During the campaign their differences were quickly made public. In an interview reported by the New York Times on October 25, 1924, Matthews said: “The cooperation of the various factions of colored voters, for which I have striven from the time of my appointment, has been remarkable. It is true that the colored voter was disturbed at the beginning of the campaign by the desertion of the Republican party by such men and women as William Henry Lewis , Alice Dunbar Nelson, and others, but time has reviewed to him the following such radicals.. I am satisfied that the bulk of the colored vote will be cast for Coolidge and Dawes on election day.” He estimated that over 90% of the 5,810,000 colored votes would be cast for Coolidge.
Matthews’ criticism of the Lewis desertion was echoed by other leading African American leaders and on the editorial pages of the African-American weeklies. The black vote contributed to Coolidge’s eventual overwhelming victory over Davis and Progressive candidate Robert M. La Follette. While there was no exit polling to estimate the number of African Americans who voted for Coolidge and no known quantitative analysis of the their vote in 1924, historian John Berry noted “in the 1924 election well over 90% of northern blacks voted Republican, with most of the remaining votes going to La Follette’s Progressives, not to Democrats …”4
Following the 1924 election, William Clarence Matthews delivered a speech outlining a “Race Plank,” of seventeen demands which were part of a “comprehensive survey of conditions as they confront Negro.” Most demands dealt with appointments to federal office. Soon thereafter, Matthews was appointed to the Justice Department by President Coolidge: (1) October 1925 named a special assistant to the attorney general of the United States and posted to Lincoln, Nebraska to represent the government in certain federal prosecutions; (2) December 1925 named Assistant United States Attorney at Springfield, Illinois; (3) June 1926 reassigned to San Francisco, California in charge of water litigation for the government.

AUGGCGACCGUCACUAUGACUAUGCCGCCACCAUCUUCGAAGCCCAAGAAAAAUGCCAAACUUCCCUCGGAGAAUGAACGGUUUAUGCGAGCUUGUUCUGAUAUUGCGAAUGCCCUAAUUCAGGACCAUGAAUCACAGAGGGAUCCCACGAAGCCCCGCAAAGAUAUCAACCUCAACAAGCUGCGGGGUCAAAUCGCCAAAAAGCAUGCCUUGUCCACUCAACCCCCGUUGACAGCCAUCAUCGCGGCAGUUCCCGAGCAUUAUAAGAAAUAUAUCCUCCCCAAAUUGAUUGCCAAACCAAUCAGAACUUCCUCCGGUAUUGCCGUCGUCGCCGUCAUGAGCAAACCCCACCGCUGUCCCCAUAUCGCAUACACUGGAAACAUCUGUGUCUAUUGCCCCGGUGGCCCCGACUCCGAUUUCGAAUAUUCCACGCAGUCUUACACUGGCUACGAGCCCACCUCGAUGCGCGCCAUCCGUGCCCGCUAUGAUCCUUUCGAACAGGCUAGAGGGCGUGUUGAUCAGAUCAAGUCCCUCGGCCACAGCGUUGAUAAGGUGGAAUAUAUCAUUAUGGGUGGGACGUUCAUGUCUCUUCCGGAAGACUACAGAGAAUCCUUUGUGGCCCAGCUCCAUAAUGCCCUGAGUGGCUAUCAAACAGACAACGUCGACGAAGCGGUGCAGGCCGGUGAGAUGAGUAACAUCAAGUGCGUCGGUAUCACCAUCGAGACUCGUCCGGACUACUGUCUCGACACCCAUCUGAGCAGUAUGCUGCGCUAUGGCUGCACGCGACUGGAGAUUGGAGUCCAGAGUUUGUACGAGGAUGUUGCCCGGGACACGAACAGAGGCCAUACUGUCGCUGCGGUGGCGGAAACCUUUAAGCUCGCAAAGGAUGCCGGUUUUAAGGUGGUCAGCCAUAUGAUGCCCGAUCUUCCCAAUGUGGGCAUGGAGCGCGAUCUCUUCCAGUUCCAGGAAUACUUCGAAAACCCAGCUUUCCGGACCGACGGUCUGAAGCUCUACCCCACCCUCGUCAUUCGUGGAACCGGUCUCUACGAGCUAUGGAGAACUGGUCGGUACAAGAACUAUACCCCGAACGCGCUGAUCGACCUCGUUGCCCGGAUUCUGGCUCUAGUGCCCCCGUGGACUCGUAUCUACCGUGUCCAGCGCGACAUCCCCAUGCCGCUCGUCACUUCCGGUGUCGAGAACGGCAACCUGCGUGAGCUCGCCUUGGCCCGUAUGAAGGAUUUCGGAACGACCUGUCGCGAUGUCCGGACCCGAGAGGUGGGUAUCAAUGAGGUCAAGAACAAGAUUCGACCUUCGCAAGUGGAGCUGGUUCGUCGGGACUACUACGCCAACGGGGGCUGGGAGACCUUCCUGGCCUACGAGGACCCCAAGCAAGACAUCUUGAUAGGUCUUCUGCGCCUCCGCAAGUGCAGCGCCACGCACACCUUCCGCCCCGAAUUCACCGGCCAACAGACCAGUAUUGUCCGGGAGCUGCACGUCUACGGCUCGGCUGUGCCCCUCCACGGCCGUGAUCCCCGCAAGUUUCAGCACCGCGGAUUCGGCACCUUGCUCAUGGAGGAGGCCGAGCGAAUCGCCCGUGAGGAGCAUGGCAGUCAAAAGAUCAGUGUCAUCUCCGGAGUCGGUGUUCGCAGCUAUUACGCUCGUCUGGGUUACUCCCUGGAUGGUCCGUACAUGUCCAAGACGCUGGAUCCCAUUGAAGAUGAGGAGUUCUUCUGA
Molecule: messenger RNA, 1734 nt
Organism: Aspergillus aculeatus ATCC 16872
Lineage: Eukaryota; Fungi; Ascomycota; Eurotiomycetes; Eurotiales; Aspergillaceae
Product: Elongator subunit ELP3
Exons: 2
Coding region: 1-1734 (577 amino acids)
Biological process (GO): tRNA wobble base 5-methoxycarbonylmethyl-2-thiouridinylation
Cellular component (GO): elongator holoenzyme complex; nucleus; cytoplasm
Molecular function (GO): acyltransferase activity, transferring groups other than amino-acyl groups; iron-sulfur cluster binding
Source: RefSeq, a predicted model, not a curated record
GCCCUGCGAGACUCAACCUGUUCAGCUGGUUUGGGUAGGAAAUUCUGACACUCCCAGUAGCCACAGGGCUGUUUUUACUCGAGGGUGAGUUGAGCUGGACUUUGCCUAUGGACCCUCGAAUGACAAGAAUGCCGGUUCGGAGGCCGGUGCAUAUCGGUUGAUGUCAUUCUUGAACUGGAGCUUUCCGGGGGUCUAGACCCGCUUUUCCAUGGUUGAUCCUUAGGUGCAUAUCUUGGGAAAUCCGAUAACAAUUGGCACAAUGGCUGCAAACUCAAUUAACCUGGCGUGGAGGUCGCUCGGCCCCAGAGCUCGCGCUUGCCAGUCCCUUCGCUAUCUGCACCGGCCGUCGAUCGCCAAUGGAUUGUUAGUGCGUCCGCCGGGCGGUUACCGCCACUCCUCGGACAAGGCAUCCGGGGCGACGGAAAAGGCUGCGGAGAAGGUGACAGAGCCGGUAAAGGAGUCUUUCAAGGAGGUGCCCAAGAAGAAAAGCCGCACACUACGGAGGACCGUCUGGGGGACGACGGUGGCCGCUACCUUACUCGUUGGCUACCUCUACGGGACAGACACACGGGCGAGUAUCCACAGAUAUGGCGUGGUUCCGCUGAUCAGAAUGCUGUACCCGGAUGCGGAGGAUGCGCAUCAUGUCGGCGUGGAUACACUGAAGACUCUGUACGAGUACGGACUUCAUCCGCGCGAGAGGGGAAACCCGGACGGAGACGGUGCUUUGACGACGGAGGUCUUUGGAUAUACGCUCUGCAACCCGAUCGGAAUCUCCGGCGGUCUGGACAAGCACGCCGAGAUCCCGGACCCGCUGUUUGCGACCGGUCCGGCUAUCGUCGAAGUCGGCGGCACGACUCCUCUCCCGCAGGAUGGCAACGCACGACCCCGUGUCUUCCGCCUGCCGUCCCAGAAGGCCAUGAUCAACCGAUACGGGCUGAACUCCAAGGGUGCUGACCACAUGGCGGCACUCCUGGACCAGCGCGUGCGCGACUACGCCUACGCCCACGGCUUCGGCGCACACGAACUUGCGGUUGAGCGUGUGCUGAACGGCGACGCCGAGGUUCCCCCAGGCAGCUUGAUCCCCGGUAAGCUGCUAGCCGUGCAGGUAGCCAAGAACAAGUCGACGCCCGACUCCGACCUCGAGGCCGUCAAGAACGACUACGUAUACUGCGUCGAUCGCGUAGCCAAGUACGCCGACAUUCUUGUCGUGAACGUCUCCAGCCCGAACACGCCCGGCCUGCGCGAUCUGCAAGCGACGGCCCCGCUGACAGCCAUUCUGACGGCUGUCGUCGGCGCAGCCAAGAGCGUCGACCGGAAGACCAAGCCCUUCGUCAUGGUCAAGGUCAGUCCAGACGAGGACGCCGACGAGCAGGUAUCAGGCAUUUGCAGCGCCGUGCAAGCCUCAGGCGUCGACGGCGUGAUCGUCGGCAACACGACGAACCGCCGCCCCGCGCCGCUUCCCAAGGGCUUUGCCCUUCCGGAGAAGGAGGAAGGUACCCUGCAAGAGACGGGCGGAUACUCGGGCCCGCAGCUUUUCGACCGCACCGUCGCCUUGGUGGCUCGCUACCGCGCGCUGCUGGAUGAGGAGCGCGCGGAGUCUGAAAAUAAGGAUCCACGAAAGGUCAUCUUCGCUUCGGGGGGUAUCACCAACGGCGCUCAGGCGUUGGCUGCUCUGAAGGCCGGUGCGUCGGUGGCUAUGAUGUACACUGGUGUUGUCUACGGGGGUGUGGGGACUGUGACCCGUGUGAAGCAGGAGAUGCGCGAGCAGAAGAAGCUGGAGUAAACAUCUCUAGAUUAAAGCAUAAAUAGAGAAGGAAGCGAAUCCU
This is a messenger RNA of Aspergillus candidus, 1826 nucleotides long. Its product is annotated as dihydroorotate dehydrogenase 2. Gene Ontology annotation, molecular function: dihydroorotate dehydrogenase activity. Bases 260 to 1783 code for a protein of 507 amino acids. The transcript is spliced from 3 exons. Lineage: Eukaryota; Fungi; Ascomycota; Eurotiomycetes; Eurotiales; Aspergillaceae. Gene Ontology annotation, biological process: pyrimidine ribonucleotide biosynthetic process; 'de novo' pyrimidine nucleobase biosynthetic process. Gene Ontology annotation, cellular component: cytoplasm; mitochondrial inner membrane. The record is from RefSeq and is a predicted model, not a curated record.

Conclusion of Careers
Matthews’ career was cut short by his death resulting from a perforated gastric ulcer in April 1928 while in Washington on government business. His funeral service, held in Boston, was attended by 1,500 mourners according to the April 21, 1928 edition of The Pittsburgh Currier. The article also reported that telegrams of condolence were sent by President Coolidge and U.S. Attorney General Sargent. Amongst the honorary pallbearers was William Henry Lewis.
Lewis lived another twenty one years practicing law in Boston until his death on January 1, 1949. Boston Mayor James Michael Curley eulogized him: “Lewis in his vast and noble labors erected his own monument.” The Chicago Defender of January 8, 1949 reported that “The passing of Mr. Lewis removes the last member of the great organization of intellectual and political power that dominated the thoughts and activities of the Afro-American people for almost half a century.” Both powerful men are buried in Cambridge Massachusetts – Matthews at the Cambridge Cemetery overlooking the Harvard Stadium, where they both played football, and Lewis at Mt. Auburn Cemetery. Men from the South who excelled as athletes and civil servants, who advanced the rights of African Americans, found rest in nearby hollowed grounds of the North.
1 Garland S. Tucker, II, The High Tide of American Conservatism, (Austin, TX, Emerald Book Co. p. 224, quoting from John W. Davis Papers, Sterling Library, Yale University).
2 Maceo Crenshaw Dailey, Jr., Calvin Coolidge’s Afro-American Connection, Contributions in Black Studies, Vol. 8, Article 7, p. 92
3 The Pittsburgh Currier, founded in 1907, and once the country’s most widely circulated black weekly newspaper with a national circulation of almost 200,000. Today it is published under the name The New Pittsburgh Courier.
4 John M. Barry, Rising Tide: The Great Mississippi Flood of 1927 and How It Changed America, (New York, N.Y., Simon & Schuster) p. 318 based on the book by Henry Lee Moon Balance of Power: The Negro Vote (Garden City, N.Y.: Doubleday) pp.48-50